I found this article astonishing in its frankness and folly:
If there was anybody who should have avoided the mortgage catastrophe, it was I. As an economics reporter for The New York Times, I have been the paper’s chief eyes and ears on the Federal Reserve for the past six years. I watched Alan Greenspan and his successor, Ben S. Bernanke, at close range. I wrote several early-warning articles in 2004 about the spike in go-go mortgages. Before that, I had a hand in covering the Asian financial crisis of 1997, the Russia meltdown in 1998 and the dot-com collapse in 2000. I know a lot about the curveballs that the economy can throw at us. But in 2004, I joined millions of otherwise-sane Americans in what we now know was a catastrophic binge on overpriced real estate and reckless mortgages.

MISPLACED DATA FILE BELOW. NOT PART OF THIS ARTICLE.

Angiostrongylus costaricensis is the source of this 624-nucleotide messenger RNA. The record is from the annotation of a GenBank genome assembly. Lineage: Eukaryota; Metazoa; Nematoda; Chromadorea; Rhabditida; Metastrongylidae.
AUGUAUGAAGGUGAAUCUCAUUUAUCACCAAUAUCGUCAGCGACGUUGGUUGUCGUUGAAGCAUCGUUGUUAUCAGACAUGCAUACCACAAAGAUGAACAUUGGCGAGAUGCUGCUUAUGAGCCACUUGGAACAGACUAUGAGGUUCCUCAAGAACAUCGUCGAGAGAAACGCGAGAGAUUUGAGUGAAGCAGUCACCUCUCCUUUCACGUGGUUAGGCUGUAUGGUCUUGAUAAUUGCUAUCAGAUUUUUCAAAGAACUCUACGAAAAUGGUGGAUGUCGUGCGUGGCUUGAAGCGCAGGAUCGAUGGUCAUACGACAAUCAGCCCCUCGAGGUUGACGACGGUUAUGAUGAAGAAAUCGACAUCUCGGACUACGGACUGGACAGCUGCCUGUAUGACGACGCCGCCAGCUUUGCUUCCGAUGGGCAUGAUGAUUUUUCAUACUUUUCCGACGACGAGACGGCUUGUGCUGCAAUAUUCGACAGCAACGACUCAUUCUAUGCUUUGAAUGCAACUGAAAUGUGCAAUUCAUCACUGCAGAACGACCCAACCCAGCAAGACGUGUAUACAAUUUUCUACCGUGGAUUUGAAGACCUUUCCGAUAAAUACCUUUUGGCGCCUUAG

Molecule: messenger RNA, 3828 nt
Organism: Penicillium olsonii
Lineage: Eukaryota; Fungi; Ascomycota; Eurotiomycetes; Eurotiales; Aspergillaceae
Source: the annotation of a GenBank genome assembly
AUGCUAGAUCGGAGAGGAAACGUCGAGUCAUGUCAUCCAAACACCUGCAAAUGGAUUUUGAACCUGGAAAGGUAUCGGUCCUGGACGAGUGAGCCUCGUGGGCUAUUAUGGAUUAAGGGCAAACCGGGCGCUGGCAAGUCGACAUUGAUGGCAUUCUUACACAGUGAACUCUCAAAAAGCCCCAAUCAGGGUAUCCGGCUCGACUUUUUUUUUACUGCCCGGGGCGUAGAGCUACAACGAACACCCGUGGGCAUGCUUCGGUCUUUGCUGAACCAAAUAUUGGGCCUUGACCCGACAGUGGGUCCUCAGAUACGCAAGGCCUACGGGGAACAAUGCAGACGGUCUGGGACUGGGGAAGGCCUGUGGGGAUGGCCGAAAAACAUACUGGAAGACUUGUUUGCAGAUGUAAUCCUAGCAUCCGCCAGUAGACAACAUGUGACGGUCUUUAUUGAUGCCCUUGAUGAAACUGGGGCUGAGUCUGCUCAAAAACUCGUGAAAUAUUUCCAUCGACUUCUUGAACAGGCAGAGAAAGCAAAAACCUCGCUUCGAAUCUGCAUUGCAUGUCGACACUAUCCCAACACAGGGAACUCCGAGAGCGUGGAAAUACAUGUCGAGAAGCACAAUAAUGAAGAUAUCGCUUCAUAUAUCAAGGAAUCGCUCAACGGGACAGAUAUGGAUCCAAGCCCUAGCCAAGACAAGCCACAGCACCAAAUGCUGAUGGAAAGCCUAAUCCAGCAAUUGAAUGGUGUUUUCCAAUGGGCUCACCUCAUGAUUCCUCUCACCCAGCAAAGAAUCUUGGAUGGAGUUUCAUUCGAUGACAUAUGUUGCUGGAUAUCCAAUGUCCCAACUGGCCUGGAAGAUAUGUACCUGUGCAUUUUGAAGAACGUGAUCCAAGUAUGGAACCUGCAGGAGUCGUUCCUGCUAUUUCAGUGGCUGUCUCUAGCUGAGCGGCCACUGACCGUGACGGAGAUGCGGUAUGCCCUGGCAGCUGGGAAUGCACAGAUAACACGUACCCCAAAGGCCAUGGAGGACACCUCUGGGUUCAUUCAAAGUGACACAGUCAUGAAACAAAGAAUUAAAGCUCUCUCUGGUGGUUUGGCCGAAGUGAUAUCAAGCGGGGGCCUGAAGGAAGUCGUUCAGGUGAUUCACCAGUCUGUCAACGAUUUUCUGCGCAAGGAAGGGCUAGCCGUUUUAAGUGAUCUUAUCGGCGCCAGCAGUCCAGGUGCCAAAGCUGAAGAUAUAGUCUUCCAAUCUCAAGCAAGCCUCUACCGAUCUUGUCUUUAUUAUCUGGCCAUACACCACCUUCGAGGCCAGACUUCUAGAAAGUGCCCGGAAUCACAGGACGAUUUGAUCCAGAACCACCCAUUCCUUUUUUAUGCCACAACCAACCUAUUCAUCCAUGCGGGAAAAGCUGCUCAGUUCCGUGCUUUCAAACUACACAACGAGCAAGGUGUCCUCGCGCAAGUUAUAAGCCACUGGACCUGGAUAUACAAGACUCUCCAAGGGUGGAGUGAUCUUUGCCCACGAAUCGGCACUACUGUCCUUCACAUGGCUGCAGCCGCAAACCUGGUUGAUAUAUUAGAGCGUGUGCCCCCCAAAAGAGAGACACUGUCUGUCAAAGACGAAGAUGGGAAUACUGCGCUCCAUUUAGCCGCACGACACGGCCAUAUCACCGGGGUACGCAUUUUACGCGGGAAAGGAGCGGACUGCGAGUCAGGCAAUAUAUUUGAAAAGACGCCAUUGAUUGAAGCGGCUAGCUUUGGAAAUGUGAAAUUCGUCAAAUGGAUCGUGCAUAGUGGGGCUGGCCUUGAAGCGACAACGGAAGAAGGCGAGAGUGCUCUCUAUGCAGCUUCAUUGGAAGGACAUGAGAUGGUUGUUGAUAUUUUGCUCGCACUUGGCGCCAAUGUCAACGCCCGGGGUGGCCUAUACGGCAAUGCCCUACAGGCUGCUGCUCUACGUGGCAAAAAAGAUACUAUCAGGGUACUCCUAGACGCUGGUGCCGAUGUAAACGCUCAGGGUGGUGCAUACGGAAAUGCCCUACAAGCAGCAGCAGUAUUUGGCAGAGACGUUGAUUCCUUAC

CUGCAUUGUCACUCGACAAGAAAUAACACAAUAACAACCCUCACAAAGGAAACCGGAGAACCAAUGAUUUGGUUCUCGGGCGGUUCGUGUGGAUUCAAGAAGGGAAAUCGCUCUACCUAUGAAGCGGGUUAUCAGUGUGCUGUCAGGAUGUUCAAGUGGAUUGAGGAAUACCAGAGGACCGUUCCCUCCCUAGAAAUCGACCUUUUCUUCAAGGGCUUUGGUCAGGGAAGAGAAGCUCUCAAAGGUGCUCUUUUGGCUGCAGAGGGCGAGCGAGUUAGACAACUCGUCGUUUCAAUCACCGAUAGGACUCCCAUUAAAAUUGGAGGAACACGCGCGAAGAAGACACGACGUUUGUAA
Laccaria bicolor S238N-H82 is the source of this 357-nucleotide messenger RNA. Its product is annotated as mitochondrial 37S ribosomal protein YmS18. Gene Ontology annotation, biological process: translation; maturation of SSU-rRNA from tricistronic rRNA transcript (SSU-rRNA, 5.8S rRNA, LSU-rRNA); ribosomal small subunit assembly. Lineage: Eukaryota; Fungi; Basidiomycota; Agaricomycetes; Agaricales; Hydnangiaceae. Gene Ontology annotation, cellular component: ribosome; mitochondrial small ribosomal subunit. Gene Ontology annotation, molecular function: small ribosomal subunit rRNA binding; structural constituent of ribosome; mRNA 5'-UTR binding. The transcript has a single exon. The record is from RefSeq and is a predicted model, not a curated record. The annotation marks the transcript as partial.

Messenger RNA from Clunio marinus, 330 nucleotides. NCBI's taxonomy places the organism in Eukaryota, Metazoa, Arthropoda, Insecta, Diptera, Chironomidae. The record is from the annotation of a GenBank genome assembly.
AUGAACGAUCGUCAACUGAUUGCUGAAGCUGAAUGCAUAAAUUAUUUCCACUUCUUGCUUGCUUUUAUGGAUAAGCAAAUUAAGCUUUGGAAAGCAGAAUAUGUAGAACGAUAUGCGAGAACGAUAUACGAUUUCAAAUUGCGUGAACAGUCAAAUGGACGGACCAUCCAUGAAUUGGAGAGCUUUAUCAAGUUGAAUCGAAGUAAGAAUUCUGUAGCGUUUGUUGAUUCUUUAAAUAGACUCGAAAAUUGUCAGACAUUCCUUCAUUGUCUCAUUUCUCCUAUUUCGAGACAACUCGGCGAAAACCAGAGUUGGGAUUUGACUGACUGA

I also don’t understand how this man can still have a job writing about money. This New York Times financial reporter is divorced and paying alimony at nearly 50 years old, and trying to start over as though his life were all ahead of him. Apparently, we have no more expectation of financial competence from our financial columnists than we expect Sports Illustrated writers to be able to play the sports they write about.
I cannot take credit for my own family’s solvency, but having just returned from a 9th anniversary getaway with my lovely wife, I am very thankful that at age 33, I am only 15 or fewer years from paying off my home, and that I owe no alimony and have no ex-wives to sap my income. That was the poor guy’s biggest mistake right there.